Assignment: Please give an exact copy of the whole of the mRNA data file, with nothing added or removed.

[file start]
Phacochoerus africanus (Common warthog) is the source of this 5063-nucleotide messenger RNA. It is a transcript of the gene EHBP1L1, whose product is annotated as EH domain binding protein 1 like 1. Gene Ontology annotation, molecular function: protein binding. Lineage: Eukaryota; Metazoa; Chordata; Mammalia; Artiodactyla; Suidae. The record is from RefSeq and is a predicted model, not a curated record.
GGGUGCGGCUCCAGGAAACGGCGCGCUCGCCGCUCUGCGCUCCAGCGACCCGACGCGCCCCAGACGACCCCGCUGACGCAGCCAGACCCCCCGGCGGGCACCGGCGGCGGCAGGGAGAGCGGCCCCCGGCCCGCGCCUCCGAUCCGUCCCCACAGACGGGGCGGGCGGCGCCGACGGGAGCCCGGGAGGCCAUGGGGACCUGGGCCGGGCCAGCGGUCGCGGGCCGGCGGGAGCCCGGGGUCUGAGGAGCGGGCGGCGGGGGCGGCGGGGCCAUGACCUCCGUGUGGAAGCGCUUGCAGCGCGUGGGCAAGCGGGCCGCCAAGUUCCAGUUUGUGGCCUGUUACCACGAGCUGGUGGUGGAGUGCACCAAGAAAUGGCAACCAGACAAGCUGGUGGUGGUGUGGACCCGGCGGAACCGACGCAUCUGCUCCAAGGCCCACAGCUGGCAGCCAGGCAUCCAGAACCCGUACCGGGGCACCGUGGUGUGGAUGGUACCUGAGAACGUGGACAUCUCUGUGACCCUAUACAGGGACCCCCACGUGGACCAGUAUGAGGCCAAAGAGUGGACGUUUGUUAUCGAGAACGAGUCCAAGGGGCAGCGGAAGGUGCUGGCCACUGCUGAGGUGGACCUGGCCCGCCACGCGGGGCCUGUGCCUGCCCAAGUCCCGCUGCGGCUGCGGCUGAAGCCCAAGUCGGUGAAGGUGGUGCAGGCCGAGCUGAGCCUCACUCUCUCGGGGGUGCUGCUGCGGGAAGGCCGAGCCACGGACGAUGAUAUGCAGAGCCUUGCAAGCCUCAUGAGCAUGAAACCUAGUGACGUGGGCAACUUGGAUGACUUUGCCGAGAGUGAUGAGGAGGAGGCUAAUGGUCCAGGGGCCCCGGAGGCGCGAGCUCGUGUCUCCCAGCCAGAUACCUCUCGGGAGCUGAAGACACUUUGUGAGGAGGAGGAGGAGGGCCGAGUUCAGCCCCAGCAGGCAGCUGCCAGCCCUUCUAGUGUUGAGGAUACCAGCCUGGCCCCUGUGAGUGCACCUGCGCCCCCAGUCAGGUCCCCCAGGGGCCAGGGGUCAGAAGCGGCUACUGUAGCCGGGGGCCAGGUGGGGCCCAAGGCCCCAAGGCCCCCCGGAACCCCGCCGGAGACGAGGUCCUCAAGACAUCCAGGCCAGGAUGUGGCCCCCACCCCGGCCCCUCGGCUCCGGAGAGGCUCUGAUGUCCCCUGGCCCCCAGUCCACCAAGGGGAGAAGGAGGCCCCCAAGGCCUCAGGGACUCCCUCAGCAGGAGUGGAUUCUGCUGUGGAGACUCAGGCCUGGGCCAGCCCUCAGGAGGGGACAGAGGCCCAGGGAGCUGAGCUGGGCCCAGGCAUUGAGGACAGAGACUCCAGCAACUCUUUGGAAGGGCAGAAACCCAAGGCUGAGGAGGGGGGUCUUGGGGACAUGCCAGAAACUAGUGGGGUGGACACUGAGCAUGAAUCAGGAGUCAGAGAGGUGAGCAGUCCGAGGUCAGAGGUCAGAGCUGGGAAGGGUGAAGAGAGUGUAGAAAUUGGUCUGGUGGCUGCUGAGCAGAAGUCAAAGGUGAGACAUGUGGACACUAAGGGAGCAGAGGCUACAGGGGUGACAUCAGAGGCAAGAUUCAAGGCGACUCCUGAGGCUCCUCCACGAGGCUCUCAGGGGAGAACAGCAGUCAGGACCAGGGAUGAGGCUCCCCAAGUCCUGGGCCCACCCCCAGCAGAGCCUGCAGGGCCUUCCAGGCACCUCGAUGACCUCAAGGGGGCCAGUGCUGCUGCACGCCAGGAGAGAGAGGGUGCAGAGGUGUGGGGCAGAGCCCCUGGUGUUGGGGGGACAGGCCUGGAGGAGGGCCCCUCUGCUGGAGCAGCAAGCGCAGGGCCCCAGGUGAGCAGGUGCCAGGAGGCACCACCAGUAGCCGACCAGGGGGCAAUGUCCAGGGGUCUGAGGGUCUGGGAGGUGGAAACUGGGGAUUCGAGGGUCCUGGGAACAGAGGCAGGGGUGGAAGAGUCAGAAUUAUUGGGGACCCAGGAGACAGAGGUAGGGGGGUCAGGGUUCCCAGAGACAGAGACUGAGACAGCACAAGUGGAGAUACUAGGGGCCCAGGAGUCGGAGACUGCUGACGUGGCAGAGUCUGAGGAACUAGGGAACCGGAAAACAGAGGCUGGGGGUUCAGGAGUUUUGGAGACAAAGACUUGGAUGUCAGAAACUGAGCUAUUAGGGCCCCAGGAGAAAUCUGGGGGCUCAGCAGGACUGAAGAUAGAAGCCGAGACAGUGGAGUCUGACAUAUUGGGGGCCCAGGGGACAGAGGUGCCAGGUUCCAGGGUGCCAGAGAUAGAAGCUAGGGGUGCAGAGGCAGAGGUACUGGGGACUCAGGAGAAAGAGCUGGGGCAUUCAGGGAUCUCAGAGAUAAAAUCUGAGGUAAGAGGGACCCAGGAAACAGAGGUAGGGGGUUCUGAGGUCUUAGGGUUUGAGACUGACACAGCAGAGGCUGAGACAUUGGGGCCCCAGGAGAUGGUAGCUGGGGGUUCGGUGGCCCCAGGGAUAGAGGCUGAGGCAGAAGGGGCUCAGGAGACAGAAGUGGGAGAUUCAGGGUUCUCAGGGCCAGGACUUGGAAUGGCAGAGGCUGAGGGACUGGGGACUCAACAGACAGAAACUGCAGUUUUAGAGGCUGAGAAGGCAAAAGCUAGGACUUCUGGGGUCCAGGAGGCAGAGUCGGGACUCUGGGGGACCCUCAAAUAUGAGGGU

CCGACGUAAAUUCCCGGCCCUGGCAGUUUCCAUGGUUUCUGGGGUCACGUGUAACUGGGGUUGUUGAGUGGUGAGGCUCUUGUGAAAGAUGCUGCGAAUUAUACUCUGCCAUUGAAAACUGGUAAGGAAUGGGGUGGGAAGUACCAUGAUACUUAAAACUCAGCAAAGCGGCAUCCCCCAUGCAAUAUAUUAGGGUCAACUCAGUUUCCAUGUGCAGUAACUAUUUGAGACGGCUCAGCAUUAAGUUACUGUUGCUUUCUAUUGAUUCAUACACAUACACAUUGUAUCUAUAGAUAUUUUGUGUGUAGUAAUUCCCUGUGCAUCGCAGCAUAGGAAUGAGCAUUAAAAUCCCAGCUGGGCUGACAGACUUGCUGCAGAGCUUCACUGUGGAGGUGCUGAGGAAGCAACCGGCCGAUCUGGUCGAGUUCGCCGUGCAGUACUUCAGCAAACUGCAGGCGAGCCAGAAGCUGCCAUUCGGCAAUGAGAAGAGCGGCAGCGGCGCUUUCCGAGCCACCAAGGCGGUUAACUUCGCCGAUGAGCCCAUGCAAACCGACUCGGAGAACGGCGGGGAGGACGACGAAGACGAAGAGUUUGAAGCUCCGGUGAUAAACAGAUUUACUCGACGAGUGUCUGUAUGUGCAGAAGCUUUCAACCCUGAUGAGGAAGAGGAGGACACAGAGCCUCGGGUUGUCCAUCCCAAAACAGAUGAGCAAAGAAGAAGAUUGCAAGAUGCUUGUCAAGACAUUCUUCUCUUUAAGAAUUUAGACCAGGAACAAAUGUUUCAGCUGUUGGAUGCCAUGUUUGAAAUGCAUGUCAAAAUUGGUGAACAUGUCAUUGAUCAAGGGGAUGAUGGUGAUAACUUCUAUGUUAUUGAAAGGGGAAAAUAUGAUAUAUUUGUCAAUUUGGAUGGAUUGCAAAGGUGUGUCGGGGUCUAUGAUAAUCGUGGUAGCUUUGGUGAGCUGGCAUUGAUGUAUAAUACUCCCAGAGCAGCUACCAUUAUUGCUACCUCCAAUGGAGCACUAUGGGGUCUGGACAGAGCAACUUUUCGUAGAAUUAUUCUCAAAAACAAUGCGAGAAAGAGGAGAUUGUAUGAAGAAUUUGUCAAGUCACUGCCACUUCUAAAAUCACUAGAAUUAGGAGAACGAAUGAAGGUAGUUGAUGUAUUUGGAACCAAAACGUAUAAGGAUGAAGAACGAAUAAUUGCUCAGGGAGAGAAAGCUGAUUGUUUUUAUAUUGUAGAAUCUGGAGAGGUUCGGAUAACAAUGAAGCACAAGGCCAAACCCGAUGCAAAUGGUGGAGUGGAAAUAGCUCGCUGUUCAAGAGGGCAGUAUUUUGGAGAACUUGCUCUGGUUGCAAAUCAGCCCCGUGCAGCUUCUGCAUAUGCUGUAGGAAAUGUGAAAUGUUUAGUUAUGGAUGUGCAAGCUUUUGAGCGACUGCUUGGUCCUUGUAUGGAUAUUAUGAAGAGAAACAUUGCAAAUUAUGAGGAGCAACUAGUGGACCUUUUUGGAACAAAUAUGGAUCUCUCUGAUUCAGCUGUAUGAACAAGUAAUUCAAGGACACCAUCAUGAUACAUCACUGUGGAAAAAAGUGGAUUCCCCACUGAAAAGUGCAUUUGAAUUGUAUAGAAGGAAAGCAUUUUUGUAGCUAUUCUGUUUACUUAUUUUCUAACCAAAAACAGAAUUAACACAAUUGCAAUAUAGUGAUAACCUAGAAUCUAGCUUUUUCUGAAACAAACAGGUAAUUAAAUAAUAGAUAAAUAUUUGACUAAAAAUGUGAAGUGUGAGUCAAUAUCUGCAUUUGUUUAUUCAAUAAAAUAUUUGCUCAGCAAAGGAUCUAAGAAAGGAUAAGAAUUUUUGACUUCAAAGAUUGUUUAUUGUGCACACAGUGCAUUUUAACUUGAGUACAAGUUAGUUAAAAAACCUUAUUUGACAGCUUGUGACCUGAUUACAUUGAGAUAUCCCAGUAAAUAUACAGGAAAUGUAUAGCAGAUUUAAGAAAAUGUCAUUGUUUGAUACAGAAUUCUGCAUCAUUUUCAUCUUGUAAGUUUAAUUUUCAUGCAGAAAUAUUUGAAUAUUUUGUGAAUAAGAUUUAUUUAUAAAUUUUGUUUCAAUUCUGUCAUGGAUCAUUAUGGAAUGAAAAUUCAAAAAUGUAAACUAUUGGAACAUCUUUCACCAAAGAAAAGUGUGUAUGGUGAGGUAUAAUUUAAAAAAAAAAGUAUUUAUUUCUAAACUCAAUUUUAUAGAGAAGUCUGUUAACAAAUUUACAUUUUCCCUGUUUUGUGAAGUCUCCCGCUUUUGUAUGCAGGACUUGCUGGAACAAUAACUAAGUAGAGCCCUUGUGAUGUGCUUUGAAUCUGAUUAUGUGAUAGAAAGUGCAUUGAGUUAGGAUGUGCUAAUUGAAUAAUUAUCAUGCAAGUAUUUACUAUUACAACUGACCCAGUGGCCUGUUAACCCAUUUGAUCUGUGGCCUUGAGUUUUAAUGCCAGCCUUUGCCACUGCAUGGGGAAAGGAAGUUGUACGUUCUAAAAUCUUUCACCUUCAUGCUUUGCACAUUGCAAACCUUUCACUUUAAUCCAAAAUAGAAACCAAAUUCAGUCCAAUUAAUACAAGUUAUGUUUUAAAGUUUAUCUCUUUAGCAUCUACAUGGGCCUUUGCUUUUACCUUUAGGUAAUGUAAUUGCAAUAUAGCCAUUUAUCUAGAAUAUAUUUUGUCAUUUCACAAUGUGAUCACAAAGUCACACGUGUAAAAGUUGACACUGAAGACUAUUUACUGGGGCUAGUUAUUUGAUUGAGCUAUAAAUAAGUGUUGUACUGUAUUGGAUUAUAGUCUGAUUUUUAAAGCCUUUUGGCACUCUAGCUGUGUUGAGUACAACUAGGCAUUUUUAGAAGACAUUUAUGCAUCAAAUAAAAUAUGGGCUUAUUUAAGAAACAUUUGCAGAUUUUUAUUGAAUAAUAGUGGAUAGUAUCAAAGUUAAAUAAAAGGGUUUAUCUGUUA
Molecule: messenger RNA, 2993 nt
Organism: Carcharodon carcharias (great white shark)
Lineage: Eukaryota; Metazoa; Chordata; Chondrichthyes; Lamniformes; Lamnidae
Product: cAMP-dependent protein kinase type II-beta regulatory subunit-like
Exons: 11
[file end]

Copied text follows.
Phacochoerus africanus (Common warthog) is the source of this 5063-nucleotide messenger RNA. It is a transcript of the gene EHBP1L1, whose product is annotated as EH domain binding protein 1 like 1. Gene Ontology annotation, molecular function: protein binding. Lineage: Eukaryota; Metazoa; Chordata; Mammalia; Artiodactyla; Suidae. The record is from RefSeq and is a predicted model, not a curated record.
GGGUGCGGCUCCAGGAAACGGCGCGCUCGCCGCUCUGCGCUCCAGCGACCCGACGCGCCCCAGACGACCCCGCUGACGCAGCCAGACCCCCCGGCGGGCACCGGCGGCGGCAGGGAGAGCGGCCCCCGGCCCGCGCCUCCGAUCCGUCCCCACAGACGGGGCGGGCGGCGCCGACGGGAGCCCGGGAGGCCAUGGGGACCUGGGCCGGGCCAGCGGUCGCGGGCCGGCGGGAGCCCGGGGUCUGAGGAGCGGGCGGCGGGGGCGGCGGGGCCAUGACCUCCGUGUGGAAGCGCUUGCAGCGCGUGGGCAAGCGGGCCGCCAAGUUCCAGUUUGUGGCCUGUUACCACGAGCUGGUGGUGGAGUGCACCAAGAAAUGGCAACCAGACAAGCUGGUGGUGGUGUGGACCCGGCGGAACCGACGCAUCUGCUCCAAGGCCCACAGCUGGCAGCCAGGCAUCCAGAACCCGUACCGGGGCACCGUGGUGUGGAUGGUACCUGAGAACGUGGACAUCUCUGUGACCCUAUACAGGGACCCCCACGUGGACCAGUAUGAGGCCAAAGAGUGGACGUUUGUUAUCGAGAACGAGUCCAAGGGGCAGCGGAAGGUGCUGGCCACUGCUGAGGUGGACCUGGCCCGCCACGCGGGGCCUGUGCCUGCCCAAGUCCCGCUGCGGCUGCGGCUGAAGCCCAAGUCGGUGAAGGUGGUGCAGGCCGAGCUGAGCCUCACUCUCUCGGGGGUGCUGCUGCGGGAAGGCCGAGCCACGGACGAUGAUAUGCAGAGCCUUGCAAGCCUCAUGAGCAUGAAACCUAGUGACGUGGGCAACUUGGAUGACUUUGCCGAGAGUGAUGAGGAGGAGGCUAAUGGUCCAGGGGCCCCGGAGGCGCGAGCUCGUGUCUCCCAGCCAGAUACCUCUCGGGAGCUGAAGACACUUUGUGAGGAGGAGGAGGAGGGCCGAGUUCAGCCCCAGCAGGCAGCUGCCAGCCCUUCUAGUGUUGAGGAUACCAGCCUGGCCCCUGUGAGUGCACCUGCGCCCCCAGUCAGGUCCCCCAGGGGCCAGGGGUCAGAAGCGGCUACUGUAGCCGGGGGCCAGGUGGGGCCCAAGGCCCCAAGGCCCCCCGGAACCCCGCCGGAGACGAGGUCCUCAAGACAUCCAGGCCAGGAUGUGGCCCCCACCCCGGCCCCUCGGCUCCGGAGAGGCUCUGAUGUCCCCUGGCCCCCAGUCCACCAAGGGGAGAAGGAGGCCCCCAAGGCCUCAGGGACUCCCUCAGCAGGAGUGGAUUCUGCUGUGGAGACUCAGGCCUGGGCCAGCCCUCAGGAGGGGACAGAGGCCCAGGGAGCUGAGCUGGGCCCAGGCAUUGAGGACAGAGACUCCAGCAACUCUUUGGAAGGGCAGAAACCCAAGGCUGAGGAGGGGGGUCUUGGGGACAUGCCAGAAACUAGUGGGGUGGACACUGAGCAUGAAUCAGGAGUCAGAGAGGUGAGCAGUCCGAGGUCAGAGGUCAGAGCUGGGAAGGGUGAAGAGAGUGUAGAAAUUGGUCUGGUGGCUGCUGAGCAGAAGUCAAAGGUGAGACAUGUGGACACUAAGGGAGCAGAGGCUACAGGGGUGACAUCAGAGGCAAGAUUCAAGGCGACUCCUGAGGCUCCUCCACGAGGCUCUCAGGGGAGAACAGCAGUCAGGACCAGGGAUGAGGCUCCCCAAGUCCUGGGCCCACCCCCAGCAGAGCCUGCAGGGCCUUCCAGGCACCUCGAUGACCUCAAGGGGGCCAGUGCUGCUGCACGCCAGGAGAGAGAGGGUGCAGAGGUGUGGGGCAGAGCCCCUGGUGUUGGGGGGACAGGCCUGGAGGAGGGCCCCUCUGCUGGAGCAGCAAGCGCAGGGCCCCAGGUGAGCAGGUGCCAGGAGGCACCACCAGUAGCCGACCAGGGGGCAAUGUCCAGGGGUCUGAGGGUCUGGGAGGUGGAAACUGGGGAUUCGAGGGUCCUGGGAACAGAGGCAGGGGUGGAAGAGUCAGAAUUAUUGGGGACCCAGGAGACAGAGGUAGGGGGGUCAGGGUUCCCAGAGACAGAGACUGAGACAGCACAAGUGGAGAUACUAGGGGCCCAGGAGUCGGAGACUGCUGACGUGGCAGAGUCUGAGGAACUAGGGAACCGGAAAACAGAGGCUGGGGGUUCAGGAGUUUUGGAGACAAAGACUUGGAUGUCAGAAACUGAGCUAUUAGGGCCCCAGGAGAAAUCUGGGGGCUCAGCAGGACUGAAGAUAGAAGCCGAGACAGUGGAGUCUGACAUAUUGGGGGCCCAGGGGACAGAGGUGCCAGGUUCCAGGGUGCCAGAGAUAGAAGCUAGGGGUGCAGAGGCAGAGGUACUGGGGACUCAGGAGAAAGAGCUGGGGCAUUCAGGGAUCUCAGAGAUAAAAUCUGAGGUAAGAGGGACCCAGGAAACAGAGGUAGGGGGUUCUGAGGUCUUAGGGUUUGAGACUGACACAGCAGAGGCUGAGACAUUGGGGCCCCAGGAGAUGGUAGCUGGGGGUUCGGUGGCCCCAGGGAUAGAGGCUGAGGCAGAAGGGGCUCAGGAGACAGAAGUGGGAGAUUCAGGGUUCUCAGGGCCAGGACUUGGAAUGGCAGAGGCUGAGGGACUGGGGACUCAACAGACAGAAACUGCAGUUUUAGAGGCUGAGAAGGCAAAAGCUAGGACUUCUGGGGUCCAGGAGGCAGAGUCGGGACUCUGGGGGACCCUCAAAUAUGAGGGU

CCGACGUAAAUUCCCGGCCCUGGCAGUUUCCAUGGUUUCUGGGGUCACGUGUAACUGGGGUUGUUGAGUGGUGAGGCUCUUGUGAAAGAUGCUGCGAAUUAUACUCUGCCAUUGAAAACUGGUAAGGAAUGGGGUGGGAAGUACCAUGAUACUUAAAACUCAGCAAAGCGGCAUCCCCCAUGCAAUAUAUUAGGGUCAACUCAGUUUCCAUGUGCAGUAACUAUUUGAGACGGCUCAGCAUUAAGUUACUGUUGCUUUCUAUUGAUUCAUACACAUACACAUUGUAUCUAUAGAUAUUUUGUGUGUAGUAAUUCCCUGUGCAUCGCAGCAUAGGAAUGAGCAUUAAAAUCCCAGCUGGGCUGACAGACUUGCUGCAGAGCUUCACUGUGGAGGUGCUGAGGAAGCAACCGGCCGAUCUGGUCGAGUUCGCCGUGCAGUACUUCAGCAAACUGCAGGCGAGCCAGAAGCUGCCAUUCGGCAAUGAGAAGAGCGGCAGCGGCGCUUUCCGAGCCACCAAGGCGGUUAACUUCGCCGAUGAGCCCAUGCAAACCGACUCGGAGAACGGCGGGGAGGACGACGAAGACGAAGAGUUUGAAGCUCCGGUGAUAAACAGAUUUACUCGACGAGUGUCUGUAUGUGCAGAAGCUUUCAACCCUGAUGAGGAAGAGGAGGACACAGAGCCUCGGGUUGUCCAUCCCAAAACAGAUGAGCAAAGAAGAAGAUUGCAAGAUGCUUGUCAAGACAUUCUUCUCUUUAAGAAUUUAGACCAGGAACAAAUGUUUCAGCUGUUGGAUGCCAUGUUUGAAAUGCAUGUCAAAAUUGGUGAACAUGUCAUUGAUCAAGGGGAUGAUGGUGAUAACUUCUAUGUUAUUGAAAGGGGAAAAUAUGAUAUAUUUGUCAAUUUGGAUGGAUUGCAAAGGUGUGUCGGGGUCUAUGAUAAUCGUGGUAGCUUUGGUGAGCUGGCAUUGAUGUAUAAUACUCCCAGAGCAGCUACCAUUAUUGCUACCUCCAAUGGAGCACUAUGGGGUCUGGACAGAGCAACUUUUCGUAGAAUUAUUCUCAAAAACAAUGCGAGAAAGAGGAGAUUGUAUGAAGAAUUUGUCAAGUCACUGCCACUUCUAAAAUCACUAGAAUUAGGAGAACGAAUGAAGGUAGUUGAUGUAUUUGGAACCAAAACGUAUAAGGAUGAAGAACGAAUAAUUGCUCAGGGAGAGAAAGCUGAUUGUUUUUAUAUUGUAGAAUCUGGAGAGGUUCGGAUAACAAUGAAGCACAAGGCCAAACCCGAUGCAAAUGGUGGAGUGGAAAUAGCUCGCUGUUCAAGAGGGCAGUAUUUUGGAGAACUUGCUCUGGUUGCAAAUCAGCCCCGUGCAGCUUCUGCAUAUGCUGUAGGAAAUGUGAAAUGUUUAGUUAUGGAUGUGCAAGCUUUUGAGCGACUGCUUGGUCCUUGUAUGGAUAUUAUGAAGAGAAACAUUGCAAAUUAUGAGGAGCAACUAGUGGACCUUUUUGGAACAAAUAUGGAUCUCUCUGAUUCAGCUGUAUGAACAAGUAAUUCAAGGACACCAUCAUGAUACAUCACUGUGGAAAAAAGUGGAUUCCCCACUGAAAAGUGCAUUUGAAUUGUAUAGAAGGAAAGCAUUUUUGUAGCUAUUCUGUUUACUUAUUUUCUAACCAAAAACAGAAUUAACACAAUUGCAAUAUAGUGAUAACCUAGAAUCUAGCUUUUUCUGAAACAAACAGGUAAUUAAAUAAUAGAUAAAUAUUUGACUAAAAAUGUGAAGUGUGAGUCAAUAUCUGCAUUUGUUUAUUCAAUAAAAUAUUUGCUCAGCAAAGGAUCUAAGAAAGGAUAAGAAUUUUUGACUUCAAAGAUUGUUUAUUGUGCACACAGUGCAUUUUAACUUGAGUACAAGUUAGUUAAAAAACCUUAUUUGACAGCUUGUGACCUGAUUACAUUGAGAUAUCCCAGUAAAUAUACAGGAAAUGUAUAGCAGAUUUAAGAAAAUGUCAUUGUUUGAUACAGAAUUCUGCAUCAUUUUCAUCUUGUAAGUUUAAUUUUCAUGCAGAAAUAUUUGAAUAUUUUGUGAAUAAGAUUUAUUUAUAAAUUUUGUUUCAAUUCUGUCAUGGAUCAUUAUGGAAUGAAAAUUCAAAAAUGUAAACUAUUGGAACAUCUUUCACCAAAGAAAAGUGUGUAUGGUGAGGUAUAAUUUAAAAAAAAAAGUAUUUAUUUCUAAACUCAAUUUUAUAGAGAAGUCUGUUAACAAAUUUACAUUUUCCCUGUUUUGUGAAGUCUCCCGCUUUUGUAUGCAGGACUUGCUGGAACAAUAACUAAGUAGAGCCCUUGUGAUGUGCUUUGAAUCUGAUUAUGUGAUAGAAAGUGCAUUGAGUUAGGAUGUGCUAAUUGAAUAAUUAUCAUGCAAGUAUUUACUAUUACAACUGACCCAGUGGCCUGUUAACCCAUUUGAUCUGUGGCCUUGAGUUUUAAUGCCAGCCUUUGCCACUGCAUGGGGAAAGGAAGUUGUACGUUCUAAAAUCUUUCACCUUCAUGCUUUGCACAUUGCAAACCUUUCACUUUAAUCCAAAAUAGAAACCAAAUUCAGUCCAAUUAAUACAAGUUAUGUUUUAAAGUUUAUCUCUUUAGCAUCUACAUGGGCCUUUGCUUUUACCUUUAGGUAAUGUAAUUGCAAUAUAGCCAUUUAUCUAGAAUAUAUUUUGUCAUUUCACAAUGUGAUCACAAAGUCACACGUGUAAAAGUUGACACUGAAGACUAUUUACUGGGGCUAGUUAUUUGAUUGAGCUAUAAAUAAGUGUUGUACUGUAUUGGAUUAUAGUCUGAUUUUUAAAGCCUUUUGGCACUCUAGCUGUGUUGAGUACAACUAGGCAUUUUUAGAAGACAUUUAUGCAUCAAAUAAAAUAUGGGCUUAUUUAAGAAACAUUUGCAGAUUUUUAUUGAAUAAUAGUGGAUAGUAUCAAAGUUAAAUAAAAGGGUUUAUCUGUUA
Molecule: messenger RNA, 2993 nt
Organism: Carcharodon carcharias (great white shark)
Lineage: Eukaryota; Metazoa; Chordata; Chondrichthyes; Lamniformes; Lamnidae
Product: cAMP-dependent protein kinase type II-beta regulatory subunit-like
Exons: 11